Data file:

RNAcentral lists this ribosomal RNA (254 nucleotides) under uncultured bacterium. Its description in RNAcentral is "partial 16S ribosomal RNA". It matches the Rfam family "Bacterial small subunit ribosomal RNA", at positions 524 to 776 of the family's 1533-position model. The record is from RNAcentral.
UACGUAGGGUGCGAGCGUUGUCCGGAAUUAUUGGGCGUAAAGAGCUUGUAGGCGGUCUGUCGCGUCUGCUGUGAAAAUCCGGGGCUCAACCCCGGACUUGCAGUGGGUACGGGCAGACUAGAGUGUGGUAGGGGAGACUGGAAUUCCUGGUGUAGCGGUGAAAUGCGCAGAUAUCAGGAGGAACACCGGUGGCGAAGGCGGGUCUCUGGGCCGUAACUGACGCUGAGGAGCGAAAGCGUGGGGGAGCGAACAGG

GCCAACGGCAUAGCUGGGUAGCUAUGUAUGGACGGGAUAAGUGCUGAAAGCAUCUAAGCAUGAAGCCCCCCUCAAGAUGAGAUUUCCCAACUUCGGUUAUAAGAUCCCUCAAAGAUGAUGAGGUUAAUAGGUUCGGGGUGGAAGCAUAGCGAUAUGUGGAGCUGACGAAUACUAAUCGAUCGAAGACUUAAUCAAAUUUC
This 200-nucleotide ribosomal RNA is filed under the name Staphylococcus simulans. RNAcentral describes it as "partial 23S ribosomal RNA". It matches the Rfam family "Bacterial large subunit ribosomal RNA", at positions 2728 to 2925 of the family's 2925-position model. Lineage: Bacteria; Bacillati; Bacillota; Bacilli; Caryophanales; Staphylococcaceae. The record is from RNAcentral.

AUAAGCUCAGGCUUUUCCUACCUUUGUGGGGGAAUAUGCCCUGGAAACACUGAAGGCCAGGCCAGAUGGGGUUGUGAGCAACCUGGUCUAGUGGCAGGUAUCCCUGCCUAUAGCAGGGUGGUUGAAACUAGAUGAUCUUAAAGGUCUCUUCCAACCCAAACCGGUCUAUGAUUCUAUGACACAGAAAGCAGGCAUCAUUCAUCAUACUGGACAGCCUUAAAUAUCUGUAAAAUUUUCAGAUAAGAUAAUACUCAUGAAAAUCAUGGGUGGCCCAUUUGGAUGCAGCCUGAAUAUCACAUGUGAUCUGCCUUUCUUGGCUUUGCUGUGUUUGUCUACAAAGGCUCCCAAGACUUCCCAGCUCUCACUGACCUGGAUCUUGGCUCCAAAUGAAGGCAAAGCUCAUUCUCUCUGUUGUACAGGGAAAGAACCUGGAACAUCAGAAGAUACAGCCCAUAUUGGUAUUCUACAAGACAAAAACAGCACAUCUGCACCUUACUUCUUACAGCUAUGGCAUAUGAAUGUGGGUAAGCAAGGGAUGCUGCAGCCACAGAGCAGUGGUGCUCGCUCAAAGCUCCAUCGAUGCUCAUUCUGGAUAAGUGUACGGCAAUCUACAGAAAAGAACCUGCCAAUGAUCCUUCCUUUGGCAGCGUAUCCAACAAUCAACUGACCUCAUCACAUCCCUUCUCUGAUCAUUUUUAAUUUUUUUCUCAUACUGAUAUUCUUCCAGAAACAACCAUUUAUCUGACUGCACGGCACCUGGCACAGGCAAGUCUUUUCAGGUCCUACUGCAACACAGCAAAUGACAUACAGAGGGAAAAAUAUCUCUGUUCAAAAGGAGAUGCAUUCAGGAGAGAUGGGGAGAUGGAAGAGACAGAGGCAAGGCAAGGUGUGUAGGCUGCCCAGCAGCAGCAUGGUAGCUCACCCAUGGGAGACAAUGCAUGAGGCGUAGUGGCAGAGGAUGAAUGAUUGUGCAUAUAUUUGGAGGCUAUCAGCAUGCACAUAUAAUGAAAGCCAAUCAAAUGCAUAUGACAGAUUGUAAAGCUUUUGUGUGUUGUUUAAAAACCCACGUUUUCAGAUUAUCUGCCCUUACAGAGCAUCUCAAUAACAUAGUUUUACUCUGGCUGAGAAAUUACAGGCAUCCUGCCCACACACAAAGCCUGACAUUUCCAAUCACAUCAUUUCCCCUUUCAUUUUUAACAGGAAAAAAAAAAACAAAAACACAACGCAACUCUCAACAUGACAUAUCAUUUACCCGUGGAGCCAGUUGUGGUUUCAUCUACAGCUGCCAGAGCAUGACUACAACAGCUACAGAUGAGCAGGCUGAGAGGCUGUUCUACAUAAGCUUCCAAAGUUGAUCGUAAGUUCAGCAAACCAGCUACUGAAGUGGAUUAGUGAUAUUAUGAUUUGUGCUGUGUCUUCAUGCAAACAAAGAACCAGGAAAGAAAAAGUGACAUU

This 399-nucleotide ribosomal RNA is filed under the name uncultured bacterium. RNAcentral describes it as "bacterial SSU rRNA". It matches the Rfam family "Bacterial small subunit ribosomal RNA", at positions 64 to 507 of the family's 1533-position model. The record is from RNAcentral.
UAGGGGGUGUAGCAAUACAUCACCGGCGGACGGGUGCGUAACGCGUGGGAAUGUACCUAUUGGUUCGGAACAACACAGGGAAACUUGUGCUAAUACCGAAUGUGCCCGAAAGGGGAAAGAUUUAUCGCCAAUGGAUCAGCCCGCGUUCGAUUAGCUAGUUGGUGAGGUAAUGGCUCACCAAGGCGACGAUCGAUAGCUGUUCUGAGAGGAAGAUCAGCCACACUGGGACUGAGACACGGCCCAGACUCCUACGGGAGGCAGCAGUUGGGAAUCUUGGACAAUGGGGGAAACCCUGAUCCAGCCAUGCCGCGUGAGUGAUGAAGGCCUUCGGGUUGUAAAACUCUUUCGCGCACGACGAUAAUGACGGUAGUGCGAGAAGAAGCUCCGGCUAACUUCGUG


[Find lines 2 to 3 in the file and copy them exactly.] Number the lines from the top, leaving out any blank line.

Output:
UACGUAGGGUGCGAGCGUUGUCCGGAAUUAUUGGGCGUAAAGAGCUUGUAGGCGGUCUGUCGCGUCUGCUGUGAAAAUCCGGGGCUCAACCCCGGACUUGCAGUGGGUACGGGCAGACUAGAGUGUGGUAGGGGAGACUGGAAUUCCUGGUGUAGCGGUGAAAUGCGCAGAUAUCAGGAGGAACACCGGUGGCGAAGGCGGGUCUCUGGGCCGUAACUGACGCUGAGGAGCGAAAGCGUGGGGGAGCGAACAGG

GCCAACGGCAUAGCUGGGUAGCUAUGUAUGGACGGGAUAAGUGCUGAAAGCAUCUAAGCAUGAAGCCCCCCUCAAGAUGAGAUUUCCCAACUUCGGUUAUAAGAUCCCUCAAAGAUGAUGAGGUUAAUAGGUUCGGGGUGGAAGCAUAGCGAUAUGUGGAGCUGACGAAUACUAAUCGAUCGAAGACUUAAUCAAAUUUC